Medical students’ educational strategies in an environment of prestige hierarchies of specialties and diseases

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Abstract

Drawing on Bourdieu’s theory of practice, this paper aims to understand whether and how a reproduction of the status hierarchy of medical specialties and diagnoses occurs within a medical school in a North European context as well as students’ educational strategies given the hierarchy. We report data from a cross-sectional survey conducted on a sample of Danish medical students. The 289 respondents ranked diseases and specialities, based on how they believed most health personnel would rank them. In addition, 18 in-depth interviews with medical students were conducted. Comparing the ranking responses of early, mid and late phase students, the analysis tracks the gradual convergence and broad agreement around a hierarchy. The paper concludes that medical school is a highly competitive field of higher education, where distinction is invested in and reproduced by curricular knowledge. This distinction is reinforced within wider structural elements such as governmental educational policies.
Original languageEnglish
JournalBritish Journal of Sociology of Education
ISSN0142-5692
DOIs
Publication statusE-pub ahead of print - 2020

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prestige
medical student
Disease
educational policy
school
ranking
personnel
student
interview
health
education

Keywords

  • Higher Education
  • Medical education
  • Prestige
  • Bourdieu
  • Reproduction
  • Socialisation

Cite this

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title = "Medical students’ educational strategies in an environment of prestige hierarchies of specialties and diseases",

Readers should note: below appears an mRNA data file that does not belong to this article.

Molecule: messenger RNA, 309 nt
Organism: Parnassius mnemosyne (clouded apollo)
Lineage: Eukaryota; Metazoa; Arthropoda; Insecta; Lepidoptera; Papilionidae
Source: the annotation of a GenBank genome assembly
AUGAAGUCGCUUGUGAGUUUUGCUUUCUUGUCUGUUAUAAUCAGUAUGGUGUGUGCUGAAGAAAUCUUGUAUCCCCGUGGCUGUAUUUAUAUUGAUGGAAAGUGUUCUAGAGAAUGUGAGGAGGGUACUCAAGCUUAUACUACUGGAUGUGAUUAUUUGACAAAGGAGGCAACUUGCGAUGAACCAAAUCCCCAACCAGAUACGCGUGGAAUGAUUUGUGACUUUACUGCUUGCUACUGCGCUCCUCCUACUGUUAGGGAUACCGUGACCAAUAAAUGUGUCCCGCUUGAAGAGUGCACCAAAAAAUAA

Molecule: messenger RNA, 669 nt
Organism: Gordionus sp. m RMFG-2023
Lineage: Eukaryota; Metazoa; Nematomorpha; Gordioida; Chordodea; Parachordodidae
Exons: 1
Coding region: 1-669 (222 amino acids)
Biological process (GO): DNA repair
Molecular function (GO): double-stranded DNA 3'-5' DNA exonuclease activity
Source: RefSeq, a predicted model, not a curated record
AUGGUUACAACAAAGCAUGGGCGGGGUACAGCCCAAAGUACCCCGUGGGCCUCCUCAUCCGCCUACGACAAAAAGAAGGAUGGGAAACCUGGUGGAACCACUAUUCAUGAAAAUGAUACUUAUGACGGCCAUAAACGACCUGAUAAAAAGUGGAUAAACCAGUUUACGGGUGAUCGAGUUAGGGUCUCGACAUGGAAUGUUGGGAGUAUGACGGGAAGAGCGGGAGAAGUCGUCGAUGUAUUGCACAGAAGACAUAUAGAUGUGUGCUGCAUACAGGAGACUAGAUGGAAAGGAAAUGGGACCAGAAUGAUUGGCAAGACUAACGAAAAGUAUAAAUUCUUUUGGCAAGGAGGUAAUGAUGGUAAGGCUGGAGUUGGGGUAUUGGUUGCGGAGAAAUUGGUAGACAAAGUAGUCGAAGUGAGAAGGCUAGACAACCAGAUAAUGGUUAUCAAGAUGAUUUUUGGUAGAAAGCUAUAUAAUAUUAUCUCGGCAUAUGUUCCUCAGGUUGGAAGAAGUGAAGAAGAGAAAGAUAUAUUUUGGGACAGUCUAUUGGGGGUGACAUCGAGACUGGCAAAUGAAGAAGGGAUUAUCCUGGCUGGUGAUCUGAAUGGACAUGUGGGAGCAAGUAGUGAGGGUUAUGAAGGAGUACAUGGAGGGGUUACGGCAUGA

abstract = "Drawing on Bourdieu’s theory of practice, this paper aims to understand whether and how a reproduction of the status hierarchy of medical specialties and diagnoses occurs within a medical school in a North European context as well as students’ educational strategies given the hierarchy. We report data from a cross-sectional survey conducted on a sample of Danish medical students. The 289 respondents ranked diseases and specialities, based on how they believed most health personnel would rank them. In addition, 18 in-depth interviews with medical students were conducted. Comparing the ranking responses of early, mid and late phase students, the analysis tracks the gradual convergence and broad agreement around a hierarchy. The paper concludes that medical school is a highly competitive field of higher education, where distinction is invested in and reproduced by curricular knowledge. This distinction is reinforced within wider structural elements such as governmental educational policies.",
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AB - Drawing on Bourdieu’s theory of practice, this paper aims to understand whether and how a reproduction of the status hierarchy of medical specialties and diagnoses occurs within a medical school in a North European context as well as students’ educational strategies given the hierarchy. We report data from a cross-sectional survey conducted on a sample of Danish medical students. The 289 respondents ranked diseases and specialities, based on how they believed most health personnel would rank them. In addition, 18 in-depth interviews with medical students were conducted. Comparing the ranking responses of early, mid and late phase students, the analysis tracks the gradual convergence and broad agreement around a hierarchy. The paper concludes that medical school is a highly competitive field of higher education, where distinction is invested in and reproduced by curricular knowledge. This distinction is reinforced within wider structural elements such as governmental educational policies.

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